Two gallery visits in a week eh!

A Stroll Among Graves

A Stroll among Graves                           21Sept 2016

“Before he was a grave digger he dug trenches during the First World War.  He could dig a  full grave in less than a morning.  When it was filled he had nothing left over.  The turf could be laid like there was nothing there.  Flatten it with his boots, he would.  Compressed it so nothing rose up. ‘Learnt that in the war,’ he said.    Probably dug your grandmothers grave.  Some stones are gone but a lot are still standing. You can’t read ’em, mind. Flaked off in most cases.  He wrote all their names and dates and spots in the churchyard in little books.  When he died his daughter threw ’em all out.” He shook his head sadly.

His face and demeanour belied his age, “I’m eighty-nine, only lived here sixty years.”  He did lean on his stick a little as he walked the short distance to visit his wife’s grave. ” I look after four graves now.” He said, a wry twist to his jaw.

Continuing: “I am dn r, do not resuscitate, you know.  The doctor knows.  I have a small bottle in the fridge, you know.”

We continued chatting for the walk to the gated churchyard next door.  “One of them’s in here. It’s the Catholic Church.  I’m not Catholic but I like to keep ’em tidy.”   He passed through the gate and replaced the chain after closing the gate between us.  His accent wasn’t quite local, almost subsumed by sixty years though like many people his age he had managed to retain a baseline of his child’s voice.

“Nice to meet you” he held a soft hand to mine over the top of the wooden gaterail, turned and walked comfortably with his stick towards the small cluster of headstones before the modest, modern church.

I left the church grounds via the narrow path beside the old church, it’s ancient Cotswold wall grey-mottled with age stretching skyward on one side. On the other was the green hedgery-and-ivy mix feeling it’s way through the old black railings and reaching overhead half-arching over the width of space above.

Airlander 10, latest airship from Cardington

Ready for take off, but not quite! Oh yes it did!

The first test-flight of the Airlander 10 didn’t quite happen on Sunday.  A slight technical delay late in the day meant lift-off had to be postponed.  On the Monday we drove to Cardington in hope of seeing the latest design In airships take off from the same historic airfield that R100 and the fated R101 were built and released into the air.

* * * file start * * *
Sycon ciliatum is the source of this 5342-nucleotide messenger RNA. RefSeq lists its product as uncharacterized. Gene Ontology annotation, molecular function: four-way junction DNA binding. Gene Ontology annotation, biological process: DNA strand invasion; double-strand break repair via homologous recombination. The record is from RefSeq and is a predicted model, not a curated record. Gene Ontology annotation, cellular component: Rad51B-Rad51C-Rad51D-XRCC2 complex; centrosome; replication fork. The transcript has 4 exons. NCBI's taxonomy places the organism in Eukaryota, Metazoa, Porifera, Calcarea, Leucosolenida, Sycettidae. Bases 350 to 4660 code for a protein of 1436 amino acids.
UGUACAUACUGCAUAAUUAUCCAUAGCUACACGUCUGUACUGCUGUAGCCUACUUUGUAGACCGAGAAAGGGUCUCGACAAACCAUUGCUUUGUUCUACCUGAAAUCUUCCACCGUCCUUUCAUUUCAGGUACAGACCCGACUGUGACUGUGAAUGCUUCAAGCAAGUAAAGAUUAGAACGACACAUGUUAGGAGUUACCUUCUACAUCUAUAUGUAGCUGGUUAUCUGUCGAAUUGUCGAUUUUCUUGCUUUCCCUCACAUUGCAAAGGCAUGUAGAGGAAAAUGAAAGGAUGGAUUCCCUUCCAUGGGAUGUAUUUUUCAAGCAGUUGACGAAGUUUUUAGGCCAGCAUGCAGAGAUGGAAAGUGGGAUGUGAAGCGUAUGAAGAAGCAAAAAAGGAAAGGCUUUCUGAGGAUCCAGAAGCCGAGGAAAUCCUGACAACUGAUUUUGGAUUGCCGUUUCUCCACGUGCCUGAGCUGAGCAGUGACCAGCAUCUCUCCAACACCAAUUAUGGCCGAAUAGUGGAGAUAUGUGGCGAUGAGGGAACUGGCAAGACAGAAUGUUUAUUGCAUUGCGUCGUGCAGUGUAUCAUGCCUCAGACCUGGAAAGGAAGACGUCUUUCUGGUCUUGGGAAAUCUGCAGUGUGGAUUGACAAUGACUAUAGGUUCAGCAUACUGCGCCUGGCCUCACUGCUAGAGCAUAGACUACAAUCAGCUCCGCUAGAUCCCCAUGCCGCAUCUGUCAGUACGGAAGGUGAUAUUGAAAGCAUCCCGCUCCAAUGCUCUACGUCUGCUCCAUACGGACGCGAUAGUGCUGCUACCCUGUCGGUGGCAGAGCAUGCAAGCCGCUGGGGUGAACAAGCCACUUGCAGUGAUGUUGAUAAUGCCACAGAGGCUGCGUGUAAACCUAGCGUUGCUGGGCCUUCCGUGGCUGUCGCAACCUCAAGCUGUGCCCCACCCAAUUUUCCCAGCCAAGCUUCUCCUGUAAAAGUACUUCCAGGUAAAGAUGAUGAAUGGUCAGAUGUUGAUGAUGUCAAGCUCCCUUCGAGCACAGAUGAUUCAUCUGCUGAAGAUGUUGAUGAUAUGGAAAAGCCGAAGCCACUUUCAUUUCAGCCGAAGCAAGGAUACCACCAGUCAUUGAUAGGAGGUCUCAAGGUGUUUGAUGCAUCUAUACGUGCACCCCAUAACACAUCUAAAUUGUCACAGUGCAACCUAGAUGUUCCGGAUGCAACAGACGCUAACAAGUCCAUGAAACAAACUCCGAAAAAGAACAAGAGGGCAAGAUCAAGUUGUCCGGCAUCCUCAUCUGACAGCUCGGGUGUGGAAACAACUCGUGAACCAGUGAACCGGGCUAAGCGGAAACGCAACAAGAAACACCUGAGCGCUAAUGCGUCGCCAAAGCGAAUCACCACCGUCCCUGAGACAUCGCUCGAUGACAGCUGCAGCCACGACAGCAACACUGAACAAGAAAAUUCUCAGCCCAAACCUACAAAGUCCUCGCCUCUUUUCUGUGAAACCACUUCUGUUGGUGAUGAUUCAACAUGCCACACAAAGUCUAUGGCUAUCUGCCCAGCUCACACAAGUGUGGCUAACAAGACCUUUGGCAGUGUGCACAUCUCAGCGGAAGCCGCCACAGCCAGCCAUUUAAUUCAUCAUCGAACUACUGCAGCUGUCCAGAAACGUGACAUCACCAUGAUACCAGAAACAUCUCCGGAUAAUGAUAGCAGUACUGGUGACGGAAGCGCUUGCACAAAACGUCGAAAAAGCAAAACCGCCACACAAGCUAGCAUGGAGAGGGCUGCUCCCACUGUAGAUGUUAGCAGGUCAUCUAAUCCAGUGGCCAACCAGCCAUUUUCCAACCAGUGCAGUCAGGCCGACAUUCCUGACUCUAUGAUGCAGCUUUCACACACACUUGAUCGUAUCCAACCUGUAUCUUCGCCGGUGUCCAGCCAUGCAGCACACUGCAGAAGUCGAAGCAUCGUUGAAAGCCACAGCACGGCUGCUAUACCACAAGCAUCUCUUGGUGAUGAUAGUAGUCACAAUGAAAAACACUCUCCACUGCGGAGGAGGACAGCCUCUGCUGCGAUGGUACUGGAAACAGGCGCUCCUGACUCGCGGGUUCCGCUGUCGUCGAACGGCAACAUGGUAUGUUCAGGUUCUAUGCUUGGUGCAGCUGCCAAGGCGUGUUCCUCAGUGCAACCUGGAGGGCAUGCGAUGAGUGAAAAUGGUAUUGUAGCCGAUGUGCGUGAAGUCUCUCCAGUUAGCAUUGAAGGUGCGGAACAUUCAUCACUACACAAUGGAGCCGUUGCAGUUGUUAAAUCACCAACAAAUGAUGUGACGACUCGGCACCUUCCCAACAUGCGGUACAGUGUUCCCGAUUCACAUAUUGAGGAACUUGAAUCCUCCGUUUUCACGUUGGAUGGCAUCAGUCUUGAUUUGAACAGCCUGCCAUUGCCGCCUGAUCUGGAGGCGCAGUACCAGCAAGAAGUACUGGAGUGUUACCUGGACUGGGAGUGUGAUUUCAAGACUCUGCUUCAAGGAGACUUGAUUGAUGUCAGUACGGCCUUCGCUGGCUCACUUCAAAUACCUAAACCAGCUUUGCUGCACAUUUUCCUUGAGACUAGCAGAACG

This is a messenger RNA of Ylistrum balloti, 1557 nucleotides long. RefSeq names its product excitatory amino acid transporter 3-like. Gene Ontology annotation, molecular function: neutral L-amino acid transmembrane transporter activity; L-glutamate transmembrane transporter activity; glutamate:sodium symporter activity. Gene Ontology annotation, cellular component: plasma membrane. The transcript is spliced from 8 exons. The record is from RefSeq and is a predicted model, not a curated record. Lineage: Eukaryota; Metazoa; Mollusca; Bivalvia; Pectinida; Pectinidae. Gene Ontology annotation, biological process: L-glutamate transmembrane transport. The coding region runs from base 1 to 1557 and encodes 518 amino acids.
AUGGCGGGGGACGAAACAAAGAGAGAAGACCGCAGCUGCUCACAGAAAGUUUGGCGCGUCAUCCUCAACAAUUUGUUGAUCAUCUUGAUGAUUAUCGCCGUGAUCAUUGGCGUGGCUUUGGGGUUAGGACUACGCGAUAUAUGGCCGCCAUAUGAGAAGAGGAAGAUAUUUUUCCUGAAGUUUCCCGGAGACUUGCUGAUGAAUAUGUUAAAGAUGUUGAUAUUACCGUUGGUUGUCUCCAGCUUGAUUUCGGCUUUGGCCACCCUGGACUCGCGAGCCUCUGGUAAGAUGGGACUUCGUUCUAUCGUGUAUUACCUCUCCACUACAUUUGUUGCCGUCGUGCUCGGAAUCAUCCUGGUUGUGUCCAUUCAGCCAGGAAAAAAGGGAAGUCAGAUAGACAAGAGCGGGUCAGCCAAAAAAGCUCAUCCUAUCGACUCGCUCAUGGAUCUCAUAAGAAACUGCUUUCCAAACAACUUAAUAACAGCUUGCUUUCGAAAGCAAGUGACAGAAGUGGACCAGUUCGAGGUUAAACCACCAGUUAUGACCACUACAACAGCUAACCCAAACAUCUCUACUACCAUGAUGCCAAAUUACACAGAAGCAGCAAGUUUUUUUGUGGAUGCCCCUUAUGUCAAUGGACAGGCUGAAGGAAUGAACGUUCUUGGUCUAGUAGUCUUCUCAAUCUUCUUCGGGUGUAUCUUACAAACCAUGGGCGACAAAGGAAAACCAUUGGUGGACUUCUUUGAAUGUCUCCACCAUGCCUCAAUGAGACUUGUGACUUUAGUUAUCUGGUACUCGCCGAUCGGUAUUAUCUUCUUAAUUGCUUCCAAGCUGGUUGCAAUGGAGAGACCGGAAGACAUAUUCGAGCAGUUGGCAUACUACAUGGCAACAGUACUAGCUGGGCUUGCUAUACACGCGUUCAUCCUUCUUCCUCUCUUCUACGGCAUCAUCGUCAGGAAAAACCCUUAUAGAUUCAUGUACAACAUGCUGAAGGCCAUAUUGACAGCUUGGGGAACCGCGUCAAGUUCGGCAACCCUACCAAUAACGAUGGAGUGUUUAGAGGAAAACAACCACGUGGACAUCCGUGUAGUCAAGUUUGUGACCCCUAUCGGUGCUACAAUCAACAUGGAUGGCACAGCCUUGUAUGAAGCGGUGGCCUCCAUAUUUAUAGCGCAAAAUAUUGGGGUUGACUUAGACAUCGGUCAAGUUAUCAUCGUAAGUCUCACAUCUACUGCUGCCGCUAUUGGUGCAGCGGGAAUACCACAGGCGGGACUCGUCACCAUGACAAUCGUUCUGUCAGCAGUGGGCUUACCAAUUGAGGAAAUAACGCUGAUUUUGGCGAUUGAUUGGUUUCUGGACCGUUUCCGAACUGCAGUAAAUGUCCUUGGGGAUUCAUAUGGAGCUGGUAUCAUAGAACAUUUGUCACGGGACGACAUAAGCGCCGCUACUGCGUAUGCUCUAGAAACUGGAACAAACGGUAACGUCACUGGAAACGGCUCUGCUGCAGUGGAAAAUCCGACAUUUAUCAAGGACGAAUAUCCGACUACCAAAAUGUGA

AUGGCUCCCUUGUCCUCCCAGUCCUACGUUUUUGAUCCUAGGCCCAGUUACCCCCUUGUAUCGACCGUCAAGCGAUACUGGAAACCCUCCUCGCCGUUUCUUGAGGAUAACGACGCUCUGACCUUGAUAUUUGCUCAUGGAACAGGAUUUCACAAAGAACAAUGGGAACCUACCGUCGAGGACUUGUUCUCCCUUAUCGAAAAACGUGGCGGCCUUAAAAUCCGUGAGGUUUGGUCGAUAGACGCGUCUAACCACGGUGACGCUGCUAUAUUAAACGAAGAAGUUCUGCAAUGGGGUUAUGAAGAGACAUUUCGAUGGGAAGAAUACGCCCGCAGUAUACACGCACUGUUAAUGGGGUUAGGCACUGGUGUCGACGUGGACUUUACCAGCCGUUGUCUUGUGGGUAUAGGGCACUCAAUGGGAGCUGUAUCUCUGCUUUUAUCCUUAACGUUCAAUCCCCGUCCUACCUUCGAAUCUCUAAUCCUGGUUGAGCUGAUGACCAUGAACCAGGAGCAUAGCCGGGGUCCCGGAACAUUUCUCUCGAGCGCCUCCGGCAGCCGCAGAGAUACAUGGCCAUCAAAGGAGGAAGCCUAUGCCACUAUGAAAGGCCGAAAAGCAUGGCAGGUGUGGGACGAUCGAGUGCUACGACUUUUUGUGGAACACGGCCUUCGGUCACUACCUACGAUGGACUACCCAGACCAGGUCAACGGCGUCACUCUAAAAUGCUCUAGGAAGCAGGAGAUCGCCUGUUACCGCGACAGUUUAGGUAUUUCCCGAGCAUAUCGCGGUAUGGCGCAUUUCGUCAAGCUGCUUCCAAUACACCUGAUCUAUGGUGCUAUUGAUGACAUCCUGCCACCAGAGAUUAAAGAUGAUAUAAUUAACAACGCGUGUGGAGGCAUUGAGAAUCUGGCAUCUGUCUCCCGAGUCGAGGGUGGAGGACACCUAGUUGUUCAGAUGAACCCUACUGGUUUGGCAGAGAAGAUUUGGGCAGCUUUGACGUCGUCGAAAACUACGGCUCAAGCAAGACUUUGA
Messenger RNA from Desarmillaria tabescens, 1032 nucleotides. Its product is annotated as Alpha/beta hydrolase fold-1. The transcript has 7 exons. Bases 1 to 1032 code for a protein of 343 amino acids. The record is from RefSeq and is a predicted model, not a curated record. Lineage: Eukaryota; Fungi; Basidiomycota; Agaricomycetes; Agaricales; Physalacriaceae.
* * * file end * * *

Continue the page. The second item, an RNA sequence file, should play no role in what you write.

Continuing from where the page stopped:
The years of research and development that have gone into the Airlander 10 make me and airlanderit a truly innovative and unique step into the future of transportation, albeit with this model too small for serious freight supplies and personnel ( see plan for Airlander 50) rather than its current tourist passengers and ‘proving’. There is a long history in its development as there is a long history in companies working on airships at the Cardington hangars. Still, I believe, the largest in the world.

We two were not alone in trying to see the ship. When we arrived by accidentally following the correct road to be able to park in a small layby and walk on a public footpath beside the airfield and a recently harvested field. Corn, wheat, barley? Sorry I am ignorant of what the grain stalks might have told.   However it was pleasing to see assorted people walking up and down the edge of the perimeter fence to get a view or a photo of the great white bulk sitting in the field. Interestingly it was not only old gents like me with a liking for airships, maybe a majority though, but also a couple of family groups and several locals who had lived with several if not many great occasions at Cardington.

Yes, it was me that started a conversation about the R100 and another enthusiast who spoke of the R101 disaster.  ” Do you know who designed the R100?”  A gauntlet seemingly aimed at me.  I hesitated briefly giving him the opportunity to forestall my answer.  It didn’t quite work and we both gave our names simultaneously.  Unfortunately we both said different names.  Barnes Wallis says I, Nevil Shute, says he.    We both hesitated  again, this time I got in first by saying that Barnes Wallis was one of the designers (I think maybe of the internal framework, the geodetic design….or at least it’s particular use in airships. Forgive me if I am wrong);  and Nevil Shute was a, or the, mathematician on the project.    I suspect they were both cogs, albeit most memorable, in a large design and construct team.

I had read the Barnes Wallis biography and he had read the Neil Shute autobiography…… One for me to find.     Nevil Shute went to to fame with his novels, of which I read many and Barnes Wallis may be best know for inventing the ‘bouncing bomb’ and others plus working on ‘swing wing’ designs for aircraft.  Apologies again for shuffling out memories of what I have read rather than new, detailed research.  Feel free to do your own research, I do t mind being shown to be wrong!  Much!

We did meet a old lady(sorry but true) who said that her (mothers) sister married a crew member, a survivor from the R101 crash and fireball in France.  Following with a brief description of the crowds lining 12 deep the roads from Bedford rail station to the church at Cardington where fatalaties were buried.  Again research required for specifics.